of a mainframe app to calculate pension
benefits began to slow. The cost of upgrading
the system was high, so the firm
offloaded it onto a grid of Linux servers
managed by Datasynapse software. "By
moving to the grid, we have been able to
reduce our ITcosts by millions of dollars,"
states Dan Kaberon, director of computer
Users get tough
In some cases, users are playing hardball. “We told one software vendor that if it did not alter its pricing, we would go with an open-source solution,” says Gary Walter, networking and information technology research and development program manager at the Environmental Protection Agency. That threat resulted in the vendor’s lowering pricing by more than 50 percent.
Unfortunately, the Tony Soprano approach doesn’t always work. Hewitt Associates had an app it wanted to move to a grid environment, but the vendor was so inflexible about changing its system pricing model that the client killed the project, according to Dan Kaberon, director of computer resource management.
Suppliers are not expected to remain so steadfast for much longer. In addition to grid, technical advances, such as multi-core processors, storage virtualization, on-demand computing and utility computing, are putting pressure on traditional software pricing models. “Increasingly, vendors are becoming much more willing to work with customers to develop pricing metrics that make sense for both parties,” explains Frank E. Gillett, principal analyst at Forrester Research. “One reason is the vendors realize if they don’t work with the customer, a competitor will.”
Major rewrites, minor
Although many early adopters report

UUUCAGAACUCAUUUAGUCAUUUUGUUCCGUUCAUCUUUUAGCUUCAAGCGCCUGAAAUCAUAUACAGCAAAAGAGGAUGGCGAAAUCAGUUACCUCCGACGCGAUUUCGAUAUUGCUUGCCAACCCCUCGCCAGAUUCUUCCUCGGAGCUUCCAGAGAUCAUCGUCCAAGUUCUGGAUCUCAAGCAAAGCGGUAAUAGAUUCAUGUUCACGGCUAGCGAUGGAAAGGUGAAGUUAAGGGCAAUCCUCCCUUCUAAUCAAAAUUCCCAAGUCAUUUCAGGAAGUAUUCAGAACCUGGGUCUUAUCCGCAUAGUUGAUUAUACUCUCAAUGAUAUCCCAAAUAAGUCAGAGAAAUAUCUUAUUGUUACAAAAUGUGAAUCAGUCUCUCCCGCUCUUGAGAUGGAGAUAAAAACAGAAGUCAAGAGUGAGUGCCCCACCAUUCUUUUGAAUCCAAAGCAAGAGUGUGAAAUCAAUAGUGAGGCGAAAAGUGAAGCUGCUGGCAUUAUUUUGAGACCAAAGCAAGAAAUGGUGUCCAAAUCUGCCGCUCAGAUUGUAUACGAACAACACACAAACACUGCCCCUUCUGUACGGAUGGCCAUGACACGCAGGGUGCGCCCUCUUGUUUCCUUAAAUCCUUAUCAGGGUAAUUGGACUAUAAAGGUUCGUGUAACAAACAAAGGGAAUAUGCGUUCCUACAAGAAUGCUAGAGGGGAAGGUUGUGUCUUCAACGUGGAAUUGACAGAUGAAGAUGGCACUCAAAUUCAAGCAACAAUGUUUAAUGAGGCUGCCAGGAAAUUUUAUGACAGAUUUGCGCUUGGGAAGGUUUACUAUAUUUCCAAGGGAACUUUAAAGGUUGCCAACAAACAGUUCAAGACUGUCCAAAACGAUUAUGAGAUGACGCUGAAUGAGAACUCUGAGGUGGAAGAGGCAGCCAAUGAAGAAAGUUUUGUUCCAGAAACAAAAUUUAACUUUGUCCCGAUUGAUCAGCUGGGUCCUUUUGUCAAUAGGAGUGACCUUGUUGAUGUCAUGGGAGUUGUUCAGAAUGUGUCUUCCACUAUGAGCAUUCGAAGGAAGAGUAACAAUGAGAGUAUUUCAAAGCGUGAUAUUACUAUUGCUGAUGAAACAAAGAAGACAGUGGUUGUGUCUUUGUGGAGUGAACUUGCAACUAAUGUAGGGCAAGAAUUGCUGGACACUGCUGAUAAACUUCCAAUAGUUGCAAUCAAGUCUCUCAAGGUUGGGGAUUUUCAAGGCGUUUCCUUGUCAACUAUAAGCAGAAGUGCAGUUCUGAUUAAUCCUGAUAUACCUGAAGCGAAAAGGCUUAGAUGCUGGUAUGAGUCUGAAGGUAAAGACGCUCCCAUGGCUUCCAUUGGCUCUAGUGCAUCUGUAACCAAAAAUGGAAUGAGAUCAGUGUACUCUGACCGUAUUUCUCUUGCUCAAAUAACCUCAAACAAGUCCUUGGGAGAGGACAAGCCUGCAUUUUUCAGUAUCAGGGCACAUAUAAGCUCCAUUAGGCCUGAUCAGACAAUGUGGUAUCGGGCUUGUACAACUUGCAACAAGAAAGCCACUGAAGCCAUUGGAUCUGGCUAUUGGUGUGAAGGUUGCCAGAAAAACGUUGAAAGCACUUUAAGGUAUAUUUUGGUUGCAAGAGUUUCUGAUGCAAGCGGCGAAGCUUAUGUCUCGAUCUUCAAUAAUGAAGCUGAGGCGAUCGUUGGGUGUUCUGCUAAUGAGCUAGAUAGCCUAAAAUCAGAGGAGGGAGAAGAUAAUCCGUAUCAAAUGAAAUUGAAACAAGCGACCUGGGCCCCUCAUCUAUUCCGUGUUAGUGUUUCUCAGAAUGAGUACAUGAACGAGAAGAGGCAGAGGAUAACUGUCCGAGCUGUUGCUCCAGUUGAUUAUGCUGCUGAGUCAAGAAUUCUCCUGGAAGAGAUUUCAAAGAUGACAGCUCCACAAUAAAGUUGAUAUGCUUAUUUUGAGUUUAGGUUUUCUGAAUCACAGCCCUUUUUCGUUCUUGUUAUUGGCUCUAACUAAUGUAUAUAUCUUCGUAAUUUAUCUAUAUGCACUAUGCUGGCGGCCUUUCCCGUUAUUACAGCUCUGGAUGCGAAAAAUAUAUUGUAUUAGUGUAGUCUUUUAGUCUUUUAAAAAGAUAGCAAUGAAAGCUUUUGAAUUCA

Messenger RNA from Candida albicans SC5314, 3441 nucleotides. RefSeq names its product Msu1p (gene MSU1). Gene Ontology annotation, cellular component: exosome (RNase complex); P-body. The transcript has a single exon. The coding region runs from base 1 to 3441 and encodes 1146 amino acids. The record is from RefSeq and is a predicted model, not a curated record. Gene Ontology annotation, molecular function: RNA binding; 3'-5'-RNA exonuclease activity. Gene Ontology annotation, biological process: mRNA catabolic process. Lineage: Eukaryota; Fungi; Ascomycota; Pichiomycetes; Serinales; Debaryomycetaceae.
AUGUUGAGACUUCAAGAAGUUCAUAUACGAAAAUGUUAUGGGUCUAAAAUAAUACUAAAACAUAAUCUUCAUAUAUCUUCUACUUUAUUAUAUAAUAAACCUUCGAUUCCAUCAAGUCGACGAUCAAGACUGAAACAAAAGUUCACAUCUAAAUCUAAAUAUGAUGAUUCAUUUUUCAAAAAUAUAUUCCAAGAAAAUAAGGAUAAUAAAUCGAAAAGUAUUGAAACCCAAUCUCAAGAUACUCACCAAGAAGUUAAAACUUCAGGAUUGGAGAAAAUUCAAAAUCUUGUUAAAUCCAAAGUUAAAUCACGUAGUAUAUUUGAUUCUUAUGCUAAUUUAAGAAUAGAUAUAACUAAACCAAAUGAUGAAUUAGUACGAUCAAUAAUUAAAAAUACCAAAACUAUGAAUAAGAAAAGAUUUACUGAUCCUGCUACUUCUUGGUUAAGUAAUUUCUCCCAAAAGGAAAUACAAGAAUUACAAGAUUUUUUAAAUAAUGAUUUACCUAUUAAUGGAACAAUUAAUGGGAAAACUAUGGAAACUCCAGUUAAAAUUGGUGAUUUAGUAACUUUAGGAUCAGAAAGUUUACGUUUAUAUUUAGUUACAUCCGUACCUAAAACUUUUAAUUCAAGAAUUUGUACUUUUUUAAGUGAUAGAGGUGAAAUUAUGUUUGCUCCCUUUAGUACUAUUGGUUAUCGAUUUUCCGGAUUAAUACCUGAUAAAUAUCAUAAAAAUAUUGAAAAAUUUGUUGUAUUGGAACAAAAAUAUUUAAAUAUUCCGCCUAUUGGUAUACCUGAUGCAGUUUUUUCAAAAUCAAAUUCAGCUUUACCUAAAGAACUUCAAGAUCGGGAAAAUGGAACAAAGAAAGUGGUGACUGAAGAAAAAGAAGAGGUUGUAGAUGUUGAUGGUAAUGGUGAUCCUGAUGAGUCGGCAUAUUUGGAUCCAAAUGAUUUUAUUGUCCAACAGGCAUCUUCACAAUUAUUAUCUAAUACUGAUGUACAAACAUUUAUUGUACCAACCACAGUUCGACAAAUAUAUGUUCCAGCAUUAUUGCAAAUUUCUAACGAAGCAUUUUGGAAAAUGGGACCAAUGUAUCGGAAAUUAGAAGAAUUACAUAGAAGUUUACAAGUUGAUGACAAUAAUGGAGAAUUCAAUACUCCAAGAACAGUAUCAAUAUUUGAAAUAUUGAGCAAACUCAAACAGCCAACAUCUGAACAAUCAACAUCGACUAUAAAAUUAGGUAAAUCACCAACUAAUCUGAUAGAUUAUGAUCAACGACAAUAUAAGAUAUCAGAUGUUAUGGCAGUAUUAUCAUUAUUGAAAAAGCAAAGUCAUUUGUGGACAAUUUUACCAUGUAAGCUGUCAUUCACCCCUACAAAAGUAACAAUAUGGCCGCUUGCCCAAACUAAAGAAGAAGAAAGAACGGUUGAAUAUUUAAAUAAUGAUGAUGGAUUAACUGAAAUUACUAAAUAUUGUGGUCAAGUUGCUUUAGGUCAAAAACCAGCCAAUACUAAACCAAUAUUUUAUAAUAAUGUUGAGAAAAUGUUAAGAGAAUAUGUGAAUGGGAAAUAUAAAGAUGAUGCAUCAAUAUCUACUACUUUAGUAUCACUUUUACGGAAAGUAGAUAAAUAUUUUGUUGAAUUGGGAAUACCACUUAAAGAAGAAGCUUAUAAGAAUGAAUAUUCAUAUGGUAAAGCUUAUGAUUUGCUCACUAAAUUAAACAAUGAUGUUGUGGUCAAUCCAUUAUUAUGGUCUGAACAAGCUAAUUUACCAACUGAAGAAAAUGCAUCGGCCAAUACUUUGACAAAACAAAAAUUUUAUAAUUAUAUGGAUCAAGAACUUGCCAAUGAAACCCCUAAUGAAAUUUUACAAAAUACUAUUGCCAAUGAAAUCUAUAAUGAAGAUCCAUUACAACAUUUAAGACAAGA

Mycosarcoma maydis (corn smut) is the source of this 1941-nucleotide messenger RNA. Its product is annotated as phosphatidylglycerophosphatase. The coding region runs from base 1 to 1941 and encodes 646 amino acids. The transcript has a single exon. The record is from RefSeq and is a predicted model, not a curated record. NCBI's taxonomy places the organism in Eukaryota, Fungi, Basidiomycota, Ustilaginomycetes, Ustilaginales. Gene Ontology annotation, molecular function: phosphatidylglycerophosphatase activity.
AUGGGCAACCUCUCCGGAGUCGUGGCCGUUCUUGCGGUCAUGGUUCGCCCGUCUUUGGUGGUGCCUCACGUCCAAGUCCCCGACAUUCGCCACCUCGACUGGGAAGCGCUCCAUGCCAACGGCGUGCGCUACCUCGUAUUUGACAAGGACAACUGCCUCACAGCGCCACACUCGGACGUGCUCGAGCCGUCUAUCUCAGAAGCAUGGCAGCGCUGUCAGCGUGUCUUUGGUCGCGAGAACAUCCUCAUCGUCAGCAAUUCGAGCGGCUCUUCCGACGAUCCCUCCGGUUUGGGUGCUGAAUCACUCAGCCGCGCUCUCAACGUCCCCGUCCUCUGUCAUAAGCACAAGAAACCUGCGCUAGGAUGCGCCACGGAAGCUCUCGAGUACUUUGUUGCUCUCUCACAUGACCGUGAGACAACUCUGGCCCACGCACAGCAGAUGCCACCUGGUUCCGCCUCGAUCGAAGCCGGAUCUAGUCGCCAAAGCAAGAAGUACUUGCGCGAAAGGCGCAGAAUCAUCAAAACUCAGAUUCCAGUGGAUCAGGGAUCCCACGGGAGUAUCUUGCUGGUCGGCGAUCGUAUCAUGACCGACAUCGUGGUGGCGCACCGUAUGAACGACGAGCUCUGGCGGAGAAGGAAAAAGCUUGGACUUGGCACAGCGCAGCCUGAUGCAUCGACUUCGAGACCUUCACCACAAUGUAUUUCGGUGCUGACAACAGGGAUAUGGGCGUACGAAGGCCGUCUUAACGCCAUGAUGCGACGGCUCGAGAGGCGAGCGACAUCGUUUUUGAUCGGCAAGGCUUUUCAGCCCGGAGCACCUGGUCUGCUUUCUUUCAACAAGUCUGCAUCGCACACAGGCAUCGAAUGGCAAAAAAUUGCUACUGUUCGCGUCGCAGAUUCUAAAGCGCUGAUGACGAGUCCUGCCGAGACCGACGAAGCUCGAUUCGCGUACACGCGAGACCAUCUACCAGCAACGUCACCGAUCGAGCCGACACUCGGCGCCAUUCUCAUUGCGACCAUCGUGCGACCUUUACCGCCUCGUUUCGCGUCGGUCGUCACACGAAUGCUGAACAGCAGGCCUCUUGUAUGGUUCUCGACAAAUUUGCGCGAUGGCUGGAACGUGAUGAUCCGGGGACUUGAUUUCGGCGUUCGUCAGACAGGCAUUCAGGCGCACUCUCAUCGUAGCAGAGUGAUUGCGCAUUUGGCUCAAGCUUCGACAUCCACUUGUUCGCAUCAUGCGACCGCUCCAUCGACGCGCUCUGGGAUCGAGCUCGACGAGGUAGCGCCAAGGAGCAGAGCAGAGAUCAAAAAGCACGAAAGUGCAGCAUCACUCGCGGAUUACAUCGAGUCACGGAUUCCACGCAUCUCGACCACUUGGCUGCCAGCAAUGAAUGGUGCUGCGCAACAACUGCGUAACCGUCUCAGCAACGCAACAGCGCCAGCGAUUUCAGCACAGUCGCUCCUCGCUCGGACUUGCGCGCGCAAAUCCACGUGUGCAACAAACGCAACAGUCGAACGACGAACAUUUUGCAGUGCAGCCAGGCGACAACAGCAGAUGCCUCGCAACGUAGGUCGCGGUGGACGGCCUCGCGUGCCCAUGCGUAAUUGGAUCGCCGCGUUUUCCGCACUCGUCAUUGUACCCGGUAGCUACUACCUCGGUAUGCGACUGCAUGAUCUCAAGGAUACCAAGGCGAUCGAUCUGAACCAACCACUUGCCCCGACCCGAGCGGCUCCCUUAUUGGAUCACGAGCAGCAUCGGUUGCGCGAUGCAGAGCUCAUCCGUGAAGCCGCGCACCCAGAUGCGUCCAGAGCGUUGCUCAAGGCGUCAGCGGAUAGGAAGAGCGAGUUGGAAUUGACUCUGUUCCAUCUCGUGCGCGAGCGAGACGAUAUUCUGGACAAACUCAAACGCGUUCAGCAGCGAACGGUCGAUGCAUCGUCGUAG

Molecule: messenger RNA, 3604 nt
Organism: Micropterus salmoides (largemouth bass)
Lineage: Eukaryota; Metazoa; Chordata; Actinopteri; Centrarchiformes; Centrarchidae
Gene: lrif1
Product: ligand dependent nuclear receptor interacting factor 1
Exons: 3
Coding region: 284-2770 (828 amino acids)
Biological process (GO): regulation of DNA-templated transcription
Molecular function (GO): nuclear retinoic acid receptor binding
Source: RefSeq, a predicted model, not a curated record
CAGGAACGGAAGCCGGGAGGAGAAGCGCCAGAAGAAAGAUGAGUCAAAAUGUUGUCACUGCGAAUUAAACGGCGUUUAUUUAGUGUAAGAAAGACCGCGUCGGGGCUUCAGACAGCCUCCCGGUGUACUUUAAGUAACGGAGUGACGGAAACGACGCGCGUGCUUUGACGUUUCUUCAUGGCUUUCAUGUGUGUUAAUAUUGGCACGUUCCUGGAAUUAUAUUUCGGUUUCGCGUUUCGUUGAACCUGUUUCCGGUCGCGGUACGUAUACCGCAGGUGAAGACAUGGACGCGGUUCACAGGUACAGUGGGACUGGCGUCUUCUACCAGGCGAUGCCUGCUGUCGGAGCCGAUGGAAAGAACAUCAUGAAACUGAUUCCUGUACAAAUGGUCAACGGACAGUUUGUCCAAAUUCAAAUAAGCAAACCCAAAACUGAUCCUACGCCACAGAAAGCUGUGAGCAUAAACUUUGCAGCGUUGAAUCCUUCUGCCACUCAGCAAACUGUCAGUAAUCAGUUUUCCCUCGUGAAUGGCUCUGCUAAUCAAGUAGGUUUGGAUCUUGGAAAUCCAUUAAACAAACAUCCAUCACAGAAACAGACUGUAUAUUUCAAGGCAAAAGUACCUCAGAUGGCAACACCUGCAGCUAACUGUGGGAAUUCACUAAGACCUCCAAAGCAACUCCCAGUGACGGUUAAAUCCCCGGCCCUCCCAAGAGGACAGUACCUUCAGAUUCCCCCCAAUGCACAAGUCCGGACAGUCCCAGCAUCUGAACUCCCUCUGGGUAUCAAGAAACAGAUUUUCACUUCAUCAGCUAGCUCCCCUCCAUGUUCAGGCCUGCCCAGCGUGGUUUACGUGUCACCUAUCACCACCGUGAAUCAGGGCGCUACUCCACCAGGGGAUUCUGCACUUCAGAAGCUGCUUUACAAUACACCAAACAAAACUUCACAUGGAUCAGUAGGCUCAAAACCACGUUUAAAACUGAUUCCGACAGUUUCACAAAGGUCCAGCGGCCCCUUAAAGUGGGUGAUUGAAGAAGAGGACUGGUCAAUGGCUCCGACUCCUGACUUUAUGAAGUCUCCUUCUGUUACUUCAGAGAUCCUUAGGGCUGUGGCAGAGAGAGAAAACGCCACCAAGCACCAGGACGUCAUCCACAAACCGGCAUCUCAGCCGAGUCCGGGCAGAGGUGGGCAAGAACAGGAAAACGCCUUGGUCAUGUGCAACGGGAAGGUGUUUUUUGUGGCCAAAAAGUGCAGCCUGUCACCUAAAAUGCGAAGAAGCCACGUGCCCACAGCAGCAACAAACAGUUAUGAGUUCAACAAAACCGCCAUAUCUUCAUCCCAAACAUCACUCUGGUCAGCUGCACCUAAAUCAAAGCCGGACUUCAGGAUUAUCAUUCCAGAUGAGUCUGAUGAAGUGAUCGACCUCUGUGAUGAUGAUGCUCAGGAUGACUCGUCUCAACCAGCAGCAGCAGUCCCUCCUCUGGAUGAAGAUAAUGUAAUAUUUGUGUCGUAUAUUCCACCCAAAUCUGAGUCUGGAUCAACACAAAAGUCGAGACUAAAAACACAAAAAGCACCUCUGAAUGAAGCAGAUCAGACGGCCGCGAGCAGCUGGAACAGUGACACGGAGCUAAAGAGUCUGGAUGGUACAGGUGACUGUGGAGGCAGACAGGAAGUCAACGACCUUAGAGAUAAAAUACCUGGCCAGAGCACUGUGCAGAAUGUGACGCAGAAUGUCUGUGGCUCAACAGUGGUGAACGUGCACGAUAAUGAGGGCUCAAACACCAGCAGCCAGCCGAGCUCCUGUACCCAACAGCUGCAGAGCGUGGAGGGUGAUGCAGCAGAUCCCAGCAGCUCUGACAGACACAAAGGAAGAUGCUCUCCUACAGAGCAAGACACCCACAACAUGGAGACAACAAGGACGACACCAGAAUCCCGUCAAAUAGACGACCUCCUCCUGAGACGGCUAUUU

success with their grids, building apps on
this infrastructure can mean a lot of
work. Most apps have to be rewritten to
run on a grid. "The trend recently with
software development is to make applications
more modular, which helps companies
that want to move to grid," says
Wolfgang Gentzsch, who is working on
a grid project for the Microelectronics
Center of North Carolina.
Grid can be less complex running internally
developed apps, but what happens
when a company wishes to run third-party
software? The choices are few. New Energy
Associates, a Siemens company that
provides custom software development
and consulting services to energy companies,
adapted its software to grid. "Our applications,
which include energy market
and transmission analysis, energy trading,
risk management, and retail and wholesale
energy market operation, are complex and
processor intensive, so moving them to
grid made sense for us," says Neal Tisdale,
VPof software development.
Grid standards begin to take shape
A growing number of companies are taking a closer look at grid computing. The ability to manage workloads, monitor usage and charge for resources allocated, and enact comprehensive security capabilities are all important considerations for corporations as they begin to examine deploying a grid application. Because grid computing is still young, most products are based on proprietary technology, and therefore many corporations find it difficult to include all of the desired features in potential grid applications.